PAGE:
Caring for parish church records
Selecting records for preservation
The nature and quantity of records varies greatly from parish to parish.
This makes it difficult to lay down hard and fast rules as to which documents should be kept and which may be destroyed.
Please contact us for advice if you are in any doubt.
Records which should be preserved
- Registers of baptisms, marriages, burials, banns and confirmations
- Registers of services
- Orders of service for special services held at the church (one copy of each)
- Documents relating to property, such as title deeds, terriers, maps and plans
- Documents relating to the church fabric, especially:
- Major restorations and alterations, including quinquennial survey reports
- Church log books
- Papers concerning special parish projects
- Papers regarding benefactions
- Papers relating to legal rights and duties and to disputes
- Union of benefice papers, plurality orders and pastoral schemes and orders
- Parish profiles, compiled during vacancies in benefices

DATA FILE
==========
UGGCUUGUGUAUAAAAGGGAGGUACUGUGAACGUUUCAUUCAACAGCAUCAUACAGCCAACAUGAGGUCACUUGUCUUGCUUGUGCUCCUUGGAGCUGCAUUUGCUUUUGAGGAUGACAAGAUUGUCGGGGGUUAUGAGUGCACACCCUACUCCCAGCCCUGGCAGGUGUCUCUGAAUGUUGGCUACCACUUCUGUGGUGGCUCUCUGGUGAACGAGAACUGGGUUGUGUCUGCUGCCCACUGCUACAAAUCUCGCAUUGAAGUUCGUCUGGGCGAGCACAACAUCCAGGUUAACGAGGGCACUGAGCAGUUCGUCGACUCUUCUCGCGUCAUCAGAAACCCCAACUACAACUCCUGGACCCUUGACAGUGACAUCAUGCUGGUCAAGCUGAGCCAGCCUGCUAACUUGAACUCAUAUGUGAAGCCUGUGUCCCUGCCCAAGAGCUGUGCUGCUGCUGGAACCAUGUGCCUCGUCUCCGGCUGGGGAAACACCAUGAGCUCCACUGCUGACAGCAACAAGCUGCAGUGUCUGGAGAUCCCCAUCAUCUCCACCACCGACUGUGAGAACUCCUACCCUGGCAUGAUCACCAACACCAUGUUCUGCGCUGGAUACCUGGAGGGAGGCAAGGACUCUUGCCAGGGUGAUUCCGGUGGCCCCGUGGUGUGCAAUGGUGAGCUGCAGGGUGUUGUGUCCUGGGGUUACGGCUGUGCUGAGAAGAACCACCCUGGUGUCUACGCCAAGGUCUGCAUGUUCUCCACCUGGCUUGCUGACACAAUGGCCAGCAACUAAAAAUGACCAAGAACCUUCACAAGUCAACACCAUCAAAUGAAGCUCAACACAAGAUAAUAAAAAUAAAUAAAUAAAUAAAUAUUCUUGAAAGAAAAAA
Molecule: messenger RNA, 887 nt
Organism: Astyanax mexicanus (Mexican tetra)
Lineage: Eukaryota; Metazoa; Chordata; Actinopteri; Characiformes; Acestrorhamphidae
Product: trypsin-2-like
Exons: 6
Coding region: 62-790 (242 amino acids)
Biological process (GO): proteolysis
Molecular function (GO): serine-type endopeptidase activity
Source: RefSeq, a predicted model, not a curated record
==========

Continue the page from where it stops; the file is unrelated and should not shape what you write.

- Vestry minutes
- Parochial Church Council minutes, detailed agenda and reports
- Parochial Church Council account books and annual statements of account
- Churchwardens’ accounts
- Records of the Overseers of the Poor (including overseers’ accounts, rate books, apprenticeship indentures, bastardy papers and settlement papers)
- Records of the surveyors of the highway
- Records of the parish constables
- Records of local charities
- Records of local schools
- Parish magazines, church guides, and publicity material produced by the parish (one copy of each issue)
- Minutes, accounts, etc of auxiliary organisations, such as the choir, bellringers, Mothers’ Union, Sunday School
For legal reasons, all financial records should be retained for seven years.
Records which can be destroyed
These documents can be disposed of when no longer needed for administrative purposes.
- Marriage and baptism certificate counterfoils
- Banns, burial and disposal certificates
- Baptism and banns applications
- Parochial Church Council cash books, paying-in books, bank statements, bills, used cheques and other subsidiary financial records
- Correspondence regarding routine parish administration and routine financial matters
- Insurance policies
- Circular letters sent out by other organisations